Professor Pugh is a synthetic organic polymer chemist. She is a fellow of the AAAS, and received NSF’s Young Investigator Award in 1994 and a Special Creative Invention Award in 2006.

About The Author

Brinda Mehta received her B.Eng. degree in Chemical Engineering from University of Mumbai, India (D. J. Sanghavi College of Engineering) in 2006 and her M.S. degree in Material Science and Engineering from Rochester Institute of Technology (RIT), in 2010. She is a Ph.D. graduate from the University of Akron’s Department of Polymer Science. Her Ph.D. research was under the tutelage of Dr. Coleen Pugh at the University of Akron.

While at the University of Akron, she received an Ohio Rubber Group graduate student award in 2013 and a scholarship from Ohio Soybean Council Foundation for the academic year 2014-2015. Currently, Brinda is working for Carlisle Construction Materials as a R&D Chemist. Her hobbies include reading, travelling and cooking.

About The Author

In 1983, Dr. Mark Soucek obtained his B.S. in Chemistry from Eastern Illinois University, and a M.S. from Illinois State University in 1986. In 1990, he obtained his Ph.D. from University of Texas at Austin. From 1990 to 1993, he was a NRC Post-Doctoral Fellow at NASA-Langley Research Center. From 1993 through 2001, Dr. Soucek was an Assistant and then Associate Professor at North Dakota State University in the Department of Polymers & Coatings focusing his research on Coatings Science. In 2001, Dr. Soucek joined the Polymer Engineering Department at the University of Akron and while at UA being promoted to full Professor.

Dr. Soucek also has relations with the University de Maine in LeMans France, appointed as guest professor at Wuhan University of Technology, Adjunct Professor at Beijing University of Chemical Technology, and University Ljubljana/PoliMat in Slovenia.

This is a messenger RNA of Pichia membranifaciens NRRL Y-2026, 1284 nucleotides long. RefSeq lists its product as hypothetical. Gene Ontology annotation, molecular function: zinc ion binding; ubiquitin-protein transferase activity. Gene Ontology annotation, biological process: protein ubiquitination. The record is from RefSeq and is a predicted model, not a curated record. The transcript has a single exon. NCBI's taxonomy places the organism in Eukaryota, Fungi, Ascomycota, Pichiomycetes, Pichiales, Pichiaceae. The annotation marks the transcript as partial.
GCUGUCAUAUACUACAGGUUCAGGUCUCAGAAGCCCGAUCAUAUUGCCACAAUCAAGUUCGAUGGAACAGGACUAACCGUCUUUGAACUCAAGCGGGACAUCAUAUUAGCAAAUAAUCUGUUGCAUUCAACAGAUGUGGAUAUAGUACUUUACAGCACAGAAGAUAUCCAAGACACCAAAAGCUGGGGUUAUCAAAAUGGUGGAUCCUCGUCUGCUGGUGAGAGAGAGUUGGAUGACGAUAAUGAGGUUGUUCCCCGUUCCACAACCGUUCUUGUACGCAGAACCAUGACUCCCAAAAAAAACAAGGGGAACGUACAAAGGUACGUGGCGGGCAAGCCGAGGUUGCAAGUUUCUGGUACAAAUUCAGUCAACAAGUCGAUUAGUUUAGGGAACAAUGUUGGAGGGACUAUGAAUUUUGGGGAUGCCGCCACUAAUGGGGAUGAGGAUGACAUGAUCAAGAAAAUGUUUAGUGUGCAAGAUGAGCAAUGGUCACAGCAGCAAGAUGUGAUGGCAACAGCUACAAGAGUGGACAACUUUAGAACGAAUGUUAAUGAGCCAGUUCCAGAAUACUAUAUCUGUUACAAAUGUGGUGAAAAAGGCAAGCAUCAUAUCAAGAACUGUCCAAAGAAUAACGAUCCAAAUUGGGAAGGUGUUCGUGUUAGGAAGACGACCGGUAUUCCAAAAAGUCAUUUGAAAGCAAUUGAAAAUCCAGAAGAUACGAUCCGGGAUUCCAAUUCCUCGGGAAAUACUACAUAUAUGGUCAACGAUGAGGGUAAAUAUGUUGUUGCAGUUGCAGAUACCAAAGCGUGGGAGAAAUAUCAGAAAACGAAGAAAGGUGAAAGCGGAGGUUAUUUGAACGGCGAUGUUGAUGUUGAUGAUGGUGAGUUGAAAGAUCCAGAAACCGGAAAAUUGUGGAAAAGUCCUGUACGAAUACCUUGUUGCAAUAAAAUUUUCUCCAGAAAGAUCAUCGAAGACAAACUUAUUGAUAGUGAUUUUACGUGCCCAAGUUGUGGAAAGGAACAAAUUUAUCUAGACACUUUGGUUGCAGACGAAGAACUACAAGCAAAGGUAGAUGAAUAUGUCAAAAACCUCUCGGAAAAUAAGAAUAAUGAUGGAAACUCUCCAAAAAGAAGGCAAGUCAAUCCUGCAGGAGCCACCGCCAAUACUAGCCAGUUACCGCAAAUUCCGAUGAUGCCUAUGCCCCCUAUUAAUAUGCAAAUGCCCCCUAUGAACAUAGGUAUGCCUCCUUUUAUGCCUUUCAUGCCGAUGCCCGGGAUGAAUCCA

Since started his academic career in 1993, and has won many awards in the coating field including Tess award for Coatings, 3 Roon awards, an UV-innovation award, a Gordon award, and a SSPC Editor’s award and 2016 ACS Tess award for Coatings. He has run many coating symposium including three SOS at the University of Akron.

He has served as President, Vice-President, and Treasurer of the Cleveland Coating Society. Dr. Soucek has also run and participated in a number of symposium for the ACS and is currently a PMSE member. He presently has >140 research papers published all in coating science. Outside interests: Married with children, dancing and fishing.

About The Author

Paula Watt is the Director of Outreach for the College of Polymer Science and Polymer Engineering at the University of Akron. She joined the University in 2015 after 30 years of industrial research and technical management experience in the polymer industry. She has a Ph.D. in Polymer Science from the University of Akron, an M.S. in Macromolecular Science from Case Western Reserve and a B.S. in chemistry from the University of Pittsburgh. Paula has authored numerous technical publications including two book chapters. She has prepared winning grant proposals and has been Principle Investigator for multiple industry/university collaborations.

Paula served as the Industrial Advisory Board Chair for Kent State Ashtabula’s Technology Department, as Chairman of the Industrial board of EPIC’s Composites Center of Excellence and on the Polymer Ohio Board of Directors. She also served on the ACMA Educational and Biocomposites sub-committees, as a Business Mentor for a UA I-corp sites team, on NSF SBIR proposal review committees and she has been an adjunct professor at Kent State University.

Reference

Brinda Mehta1, Paula Watt1, Mark D. Soucek2, and Coleen Pugh1. Moderate Temperature Curing of Plant Oils with Bismaleimides via the Ene Reaction. Industrial & Engineering Chemistry Research, volume 55 (2016), pages 11727-11735.

Show Affiliations
  1. Departments of Polymer Science, The University of Akron, Akron, Ohio 44325-3909, United States
  2. Departments of Polymer Engineering, The University of Akron, Akron, Ohio 44325-3909, United States